Building Our Technology Future
When the government announced closings of military bases across the country, states panicked. But Delaware won a unique opportunity: to be part of the largest technology advancement in decades. That means job creation. Welcome to tomorrow.
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Kathleen Matt, dean of the College of Health Sciences and executive director of the Delaware Health Sciences Alliance, says working with the military could fast track developments in healthcare technologies. “The military almost lets you do a futuristic piece,” she says. “I see it as an opportunity to really try to develop technologies that can actually be applied to larger populations to enhance healthcare. It’s a way you can almost ‘leapfrog’ into some of those new technologies.”
Lombardi says there might be opportunities for the university to partner with research entities outside RDECOM, providing those organizations would be allowed to “piggyback” on the cooperative agreement. One possibility is for the university to collaborate with the Army Medical Research Institute of Chemical Defense to work on the prevention and treatment of chemical warfare casualties. This research would draw on the university’s expertise in chemistry.
“That’s a tremendous opportunity for UDel,” Lombardi says. “It really opens up doors we haven’t thought about yet.”
New research initiatives and the civilian applications of defense technologies would likely attract start-up companies desiring to set up shop close to the action, bringing with them jobs. “The CRADA is the first step but a very important one as we move toward developing a technology park at the Chrysler site.” Gillespie says.
Although the university has the advantage of being the closest major research university to APG, it is not the only institution seeking to benefit from BRAC. Reports of a “turf war” between Maryland and Delaware have surfaced—something Lombardi dismisses as nonsense.
“We’re the Army. We make agreements with foreign countries to get various technologies, so we don’t get caught up in that,” he says. “And we truly believe that there’s more need than there are universities.”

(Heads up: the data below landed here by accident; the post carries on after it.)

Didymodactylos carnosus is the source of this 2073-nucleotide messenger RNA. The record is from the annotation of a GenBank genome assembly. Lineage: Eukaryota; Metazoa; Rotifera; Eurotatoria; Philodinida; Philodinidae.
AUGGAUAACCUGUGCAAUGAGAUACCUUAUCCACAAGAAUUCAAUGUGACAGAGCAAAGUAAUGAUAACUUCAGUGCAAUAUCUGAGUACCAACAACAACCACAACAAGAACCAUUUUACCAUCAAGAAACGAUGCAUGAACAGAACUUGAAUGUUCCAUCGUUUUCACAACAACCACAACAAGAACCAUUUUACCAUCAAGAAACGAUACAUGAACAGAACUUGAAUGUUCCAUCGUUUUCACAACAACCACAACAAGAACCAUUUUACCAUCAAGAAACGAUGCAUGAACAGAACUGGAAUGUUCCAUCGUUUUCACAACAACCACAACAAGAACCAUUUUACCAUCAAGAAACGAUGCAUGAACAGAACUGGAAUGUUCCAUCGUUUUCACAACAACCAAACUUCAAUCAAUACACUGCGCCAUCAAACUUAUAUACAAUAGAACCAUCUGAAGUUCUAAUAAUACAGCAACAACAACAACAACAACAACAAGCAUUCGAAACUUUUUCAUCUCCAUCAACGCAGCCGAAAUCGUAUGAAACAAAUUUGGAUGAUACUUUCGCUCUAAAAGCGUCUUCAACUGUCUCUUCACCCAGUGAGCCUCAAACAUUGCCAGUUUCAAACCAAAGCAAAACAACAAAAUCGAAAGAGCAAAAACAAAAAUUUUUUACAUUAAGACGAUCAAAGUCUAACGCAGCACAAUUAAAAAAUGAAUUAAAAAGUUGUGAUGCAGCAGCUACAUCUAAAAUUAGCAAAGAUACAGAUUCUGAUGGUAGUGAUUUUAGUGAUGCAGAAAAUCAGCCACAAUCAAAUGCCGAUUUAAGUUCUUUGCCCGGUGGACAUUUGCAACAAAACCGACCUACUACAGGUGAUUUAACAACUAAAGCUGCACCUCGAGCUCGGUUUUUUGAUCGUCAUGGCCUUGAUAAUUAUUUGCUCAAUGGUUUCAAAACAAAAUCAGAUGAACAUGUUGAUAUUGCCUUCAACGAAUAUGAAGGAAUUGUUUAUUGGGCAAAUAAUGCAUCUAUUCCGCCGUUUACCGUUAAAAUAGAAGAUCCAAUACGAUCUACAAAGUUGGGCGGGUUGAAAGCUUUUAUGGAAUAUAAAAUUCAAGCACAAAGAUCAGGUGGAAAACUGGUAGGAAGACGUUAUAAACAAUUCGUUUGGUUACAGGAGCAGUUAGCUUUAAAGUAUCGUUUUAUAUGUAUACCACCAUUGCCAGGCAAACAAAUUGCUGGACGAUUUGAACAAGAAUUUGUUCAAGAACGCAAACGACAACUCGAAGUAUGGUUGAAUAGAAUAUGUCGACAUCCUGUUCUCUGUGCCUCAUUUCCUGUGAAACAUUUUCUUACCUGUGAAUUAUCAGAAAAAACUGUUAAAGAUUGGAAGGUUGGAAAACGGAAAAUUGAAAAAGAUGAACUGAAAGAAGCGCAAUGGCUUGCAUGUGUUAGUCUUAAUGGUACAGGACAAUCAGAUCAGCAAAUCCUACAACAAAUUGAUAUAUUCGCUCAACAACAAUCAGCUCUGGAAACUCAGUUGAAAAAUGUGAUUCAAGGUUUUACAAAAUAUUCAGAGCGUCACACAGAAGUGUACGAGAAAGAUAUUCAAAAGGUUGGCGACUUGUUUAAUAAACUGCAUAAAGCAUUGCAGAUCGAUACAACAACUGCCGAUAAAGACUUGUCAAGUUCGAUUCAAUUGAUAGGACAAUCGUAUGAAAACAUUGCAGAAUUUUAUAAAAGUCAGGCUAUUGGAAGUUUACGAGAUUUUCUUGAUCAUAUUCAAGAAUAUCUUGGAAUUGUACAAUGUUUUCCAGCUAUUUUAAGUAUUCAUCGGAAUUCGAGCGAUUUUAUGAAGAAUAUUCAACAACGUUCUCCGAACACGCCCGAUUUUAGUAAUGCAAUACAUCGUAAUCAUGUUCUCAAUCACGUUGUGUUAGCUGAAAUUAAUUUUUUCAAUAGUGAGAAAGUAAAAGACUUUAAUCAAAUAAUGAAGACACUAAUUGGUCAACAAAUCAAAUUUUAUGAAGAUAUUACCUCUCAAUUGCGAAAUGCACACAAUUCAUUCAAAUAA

Nor does Harker see any need for acrimony. “We know what we’re good at and we’ve been very clear with them,” he says. “The Army is interested in some of the research projects at Delaware State and we encourage this. We want that collaboration.”
Still, having a site with 272 well-positioned acres of open space presents a definite advantage. “The facility is approachable by train and by car,” says Congressman Michael N. Castle, who has been working on BRAC-related issues since the program was announced in 2005. “They can build whatever is necessary in terms of classrooms and labs to accommodate the things they plan to do there. They have room to expand.”
With two years to go before the first shovel breaks ground, no one is predicting how many jobs could be generated from ventures that would eventually locate on the site. But if the Delaware Technology Park in Newark is any indication, the project could be a formidable engine of job creation. Since 1998 the 40-acre site has grown to include 54 companies, generating about 16,000 direct and indirect jobs, according to J. Michael Bowman, CEO of the park.
But that growth will not likely come from a major corporate entity like Chrysler and will occur at a much slower rate. “You have to be patient because you’re dealing with early-stage companies as they grow, so it’s not so much about big anchor guys—although everyone hopes that happens—that’s not usually how (research parks) evolve,” says Bowman. “We’re not casting about for one humongous thing to come in here. We’re looking at, in baseball terms, ‘singles.’”
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The most significant challenge facing the development of the site is the economy. Ironically, the economic slump that eliminated competitors seeking to acquire the site will make capital difficult to obtain. “If employment was back to the good old days of 3 per cent, we’d be hitting a grand slam right now,” says Alan B. Levin, director of the Delaware Economic Development Office. “But universities have the luxury of time.”
Harker says the university needs partners and donors to complete the project, which furthers the school’s core mission as a land-grant institution.
Bowman sees the area evolving into a corridor similar to Route 128, the highway that rings the Boston metropolitan area with high-tech industries, dubbed the Massachusetts Miracle for its positive effects on that region’s growth in the 1980s. “When people think of Delaware, they think of the northern part of the state, but what’s happening in Newark right now is exciting.”